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Effects of irradiation conditions on the radiation sensitivity of microorganisms in the presence of OH-radical scavengers.

International journal of radiation biology (2018-11-20)
Viliam Múčka, Jaroslav Červenák, Dan Reimitz, Václav Čuba, Pavel Bláha, Barbora Neužilová
ABSTRACT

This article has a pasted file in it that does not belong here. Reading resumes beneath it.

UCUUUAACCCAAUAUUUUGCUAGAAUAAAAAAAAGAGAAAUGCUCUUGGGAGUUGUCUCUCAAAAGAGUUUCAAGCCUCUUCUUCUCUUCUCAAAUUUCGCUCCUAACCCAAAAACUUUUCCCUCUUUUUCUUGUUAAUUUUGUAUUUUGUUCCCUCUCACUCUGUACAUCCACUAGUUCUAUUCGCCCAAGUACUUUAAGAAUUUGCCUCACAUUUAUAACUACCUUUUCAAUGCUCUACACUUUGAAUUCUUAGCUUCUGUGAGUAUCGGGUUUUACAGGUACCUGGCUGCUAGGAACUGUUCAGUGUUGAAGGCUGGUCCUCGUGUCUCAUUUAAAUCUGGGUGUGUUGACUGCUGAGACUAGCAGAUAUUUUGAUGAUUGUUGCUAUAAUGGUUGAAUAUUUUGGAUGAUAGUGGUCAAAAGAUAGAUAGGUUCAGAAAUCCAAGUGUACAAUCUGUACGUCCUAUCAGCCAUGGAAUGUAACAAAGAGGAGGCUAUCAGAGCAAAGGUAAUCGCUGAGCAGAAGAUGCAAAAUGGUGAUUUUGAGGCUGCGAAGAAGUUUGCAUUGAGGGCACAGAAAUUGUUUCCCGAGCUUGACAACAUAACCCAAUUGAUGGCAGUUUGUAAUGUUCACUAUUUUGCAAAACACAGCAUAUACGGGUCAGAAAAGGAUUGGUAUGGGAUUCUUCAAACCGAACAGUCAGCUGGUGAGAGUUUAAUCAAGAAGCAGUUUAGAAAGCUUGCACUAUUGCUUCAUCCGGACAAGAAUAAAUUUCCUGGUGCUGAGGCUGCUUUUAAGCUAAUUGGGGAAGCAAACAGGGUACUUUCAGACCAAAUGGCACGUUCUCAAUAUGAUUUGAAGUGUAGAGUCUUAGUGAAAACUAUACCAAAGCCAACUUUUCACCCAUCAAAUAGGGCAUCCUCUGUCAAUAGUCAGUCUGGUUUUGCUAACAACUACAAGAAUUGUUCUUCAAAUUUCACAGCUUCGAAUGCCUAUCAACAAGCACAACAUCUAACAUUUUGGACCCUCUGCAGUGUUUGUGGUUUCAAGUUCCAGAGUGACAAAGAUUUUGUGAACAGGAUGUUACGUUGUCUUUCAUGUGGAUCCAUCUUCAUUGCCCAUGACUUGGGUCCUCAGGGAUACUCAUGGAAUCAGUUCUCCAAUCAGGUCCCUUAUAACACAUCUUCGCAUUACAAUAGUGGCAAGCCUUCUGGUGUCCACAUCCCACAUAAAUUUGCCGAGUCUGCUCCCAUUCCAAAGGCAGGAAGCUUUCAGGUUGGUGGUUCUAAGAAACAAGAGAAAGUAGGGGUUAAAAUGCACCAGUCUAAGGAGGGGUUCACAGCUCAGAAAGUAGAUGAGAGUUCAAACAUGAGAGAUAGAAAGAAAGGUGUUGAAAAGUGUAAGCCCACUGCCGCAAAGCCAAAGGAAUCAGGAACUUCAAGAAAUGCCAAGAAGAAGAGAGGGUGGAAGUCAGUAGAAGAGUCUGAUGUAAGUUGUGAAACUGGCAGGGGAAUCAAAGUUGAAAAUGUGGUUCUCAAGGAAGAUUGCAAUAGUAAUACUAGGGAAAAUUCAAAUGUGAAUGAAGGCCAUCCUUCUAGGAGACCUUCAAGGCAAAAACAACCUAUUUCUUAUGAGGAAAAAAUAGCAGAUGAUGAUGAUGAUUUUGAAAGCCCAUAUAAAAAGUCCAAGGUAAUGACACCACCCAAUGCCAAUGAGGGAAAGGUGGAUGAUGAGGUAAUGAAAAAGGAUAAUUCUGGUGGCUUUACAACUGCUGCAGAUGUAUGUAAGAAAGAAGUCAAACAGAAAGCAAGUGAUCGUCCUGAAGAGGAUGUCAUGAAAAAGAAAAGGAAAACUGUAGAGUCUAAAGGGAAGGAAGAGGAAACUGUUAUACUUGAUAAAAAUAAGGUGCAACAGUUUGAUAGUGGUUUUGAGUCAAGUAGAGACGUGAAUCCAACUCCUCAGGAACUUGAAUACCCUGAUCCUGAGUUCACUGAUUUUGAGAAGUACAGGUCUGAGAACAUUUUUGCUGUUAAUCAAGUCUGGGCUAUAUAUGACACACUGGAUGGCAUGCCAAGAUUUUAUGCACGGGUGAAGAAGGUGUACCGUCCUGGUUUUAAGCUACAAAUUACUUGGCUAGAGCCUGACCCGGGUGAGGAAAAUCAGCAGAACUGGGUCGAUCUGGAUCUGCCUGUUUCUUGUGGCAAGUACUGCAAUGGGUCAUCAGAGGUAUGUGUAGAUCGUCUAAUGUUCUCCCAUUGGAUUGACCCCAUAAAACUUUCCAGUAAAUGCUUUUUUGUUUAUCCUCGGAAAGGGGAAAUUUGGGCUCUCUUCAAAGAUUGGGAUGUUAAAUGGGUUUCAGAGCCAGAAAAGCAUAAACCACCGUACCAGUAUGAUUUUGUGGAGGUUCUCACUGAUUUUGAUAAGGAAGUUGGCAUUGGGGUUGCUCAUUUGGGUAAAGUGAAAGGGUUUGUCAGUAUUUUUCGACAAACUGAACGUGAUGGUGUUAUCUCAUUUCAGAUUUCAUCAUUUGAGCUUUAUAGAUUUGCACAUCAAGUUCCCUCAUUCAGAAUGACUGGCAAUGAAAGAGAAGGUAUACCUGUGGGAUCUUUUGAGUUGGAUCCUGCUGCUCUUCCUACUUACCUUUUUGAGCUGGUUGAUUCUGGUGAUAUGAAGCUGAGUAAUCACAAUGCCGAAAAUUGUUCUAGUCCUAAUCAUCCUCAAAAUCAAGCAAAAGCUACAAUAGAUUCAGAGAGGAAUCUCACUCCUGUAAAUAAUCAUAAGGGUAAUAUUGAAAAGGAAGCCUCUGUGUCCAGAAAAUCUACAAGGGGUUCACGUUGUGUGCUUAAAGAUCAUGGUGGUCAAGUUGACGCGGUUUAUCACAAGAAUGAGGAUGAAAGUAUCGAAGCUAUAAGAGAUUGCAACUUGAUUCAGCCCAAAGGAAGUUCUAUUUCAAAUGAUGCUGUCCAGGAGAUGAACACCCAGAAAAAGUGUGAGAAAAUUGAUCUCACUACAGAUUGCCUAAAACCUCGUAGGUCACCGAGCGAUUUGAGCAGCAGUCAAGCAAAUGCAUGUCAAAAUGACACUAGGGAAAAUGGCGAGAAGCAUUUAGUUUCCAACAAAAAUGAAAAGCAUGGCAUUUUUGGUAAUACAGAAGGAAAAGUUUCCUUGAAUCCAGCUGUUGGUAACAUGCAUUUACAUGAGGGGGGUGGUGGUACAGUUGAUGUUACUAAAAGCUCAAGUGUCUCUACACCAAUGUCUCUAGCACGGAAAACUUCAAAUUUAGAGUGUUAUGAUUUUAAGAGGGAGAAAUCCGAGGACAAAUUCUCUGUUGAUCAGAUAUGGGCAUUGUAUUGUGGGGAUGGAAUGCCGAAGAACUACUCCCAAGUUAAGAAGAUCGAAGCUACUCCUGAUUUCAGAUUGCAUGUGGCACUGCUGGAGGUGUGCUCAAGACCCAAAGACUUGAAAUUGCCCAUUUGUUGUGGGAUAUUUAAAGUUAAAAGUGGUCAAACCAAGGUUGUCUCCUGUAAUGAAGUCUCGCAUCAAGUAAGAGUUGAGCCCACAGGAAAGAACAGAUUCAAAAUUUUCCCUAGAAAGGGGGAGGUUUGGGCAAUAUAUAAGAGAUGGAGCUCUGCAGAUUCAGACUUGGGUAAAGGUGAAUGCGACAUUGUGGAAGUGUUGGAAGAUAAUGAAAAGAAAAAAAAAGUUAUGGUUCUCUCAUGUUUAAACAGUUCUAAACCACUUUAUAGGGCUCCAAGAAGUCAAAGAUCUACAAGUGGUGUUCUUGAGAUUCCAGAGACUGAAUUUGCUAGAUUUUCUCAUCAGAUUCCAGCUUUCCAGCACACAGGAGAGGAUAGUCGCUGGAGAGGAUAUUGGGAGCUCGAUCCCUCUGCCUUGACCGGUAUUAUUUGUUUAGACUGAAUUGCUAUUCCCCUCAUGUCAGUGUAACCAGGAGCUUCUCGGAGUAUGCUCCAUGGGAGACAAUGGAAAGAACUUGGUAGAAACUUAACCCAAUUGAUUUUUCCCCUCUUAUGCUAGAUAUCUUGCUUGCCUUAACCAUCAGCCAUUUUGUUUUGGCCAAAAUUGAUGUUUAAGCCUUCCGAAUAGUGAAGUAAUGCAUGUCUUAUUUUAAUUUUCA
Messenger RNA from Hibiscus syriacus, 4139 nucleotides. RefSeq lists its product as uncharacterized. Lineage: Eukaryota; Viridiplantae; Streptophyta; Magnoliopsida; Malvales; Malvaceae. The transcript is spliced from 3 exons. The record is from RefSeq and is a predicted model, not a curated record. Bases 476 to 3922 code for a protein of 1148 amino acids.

The purpose of the paper was to investigate the protective effect of some scavengers of OH radicals (hydroxyl radicals) on the radiation sensitivity of bacteria (in some cases also yeast) under normoxic (in air) or hypoxic (suboxic) conditions and to compare the obtained results with those published earlier for the yeast, all in a wide interval of irradiation conditions. Another aim was to investigate a possible impact of the reaction order of the reaction between the scavengers and the OH radicals on the protection of the cells. In order to study the protective effect of OH scavengers we used various concentrations of methanol and potassium formate (in some cases also ethanol) in isotonic salt solutions. These solutions containing living bacteria (Escherichia coli) or yeast (Saccharomyces cerevisiae) were irradiated with 60Co radiation using various doses and dose rates. Irradiation was performed in air, in some cases under the hypoxic conditions. The number of surviving cells was determined prior to and after irradiation in suspension with and without scavengers. The surviving fractions after irradiation with and without scavenger were evaluated. The surviving fraction of bacterial cells increases linearly with increasing concentration of both scavengers. The fraction of surviving cells does not increase with increasing concentration of the scavengers under suboxic conditions. The protective effect Ϭ increases linearly with increasing scavenging efficiency and this dependence is much sharper under normoxic conditions than under suboxic ones. The specific protection k is much higher for the methanol than for the potassium formate. The basic characteristics of the impact of scavengers of OH radicals on radiation sensitivity of both bacteria and yeast are the same in a wide interval of doses and dose rates. The specific protection effect is much higher under the normoxic conditions. This protective effect is inversely proportional to the rate constant of the reaction between the scavenger and the OH radicals. It seems to be obvious that the presence of oxygen during irradiation is a necessary condition for the protective action of the scavengers which may be partially controlled by some transport processes and may be connected with the radiation sensitivity of the cells. On the other hand, the change of the reaction order of the reaction of the scavenger with the OH radicals has turned out to be unimportant.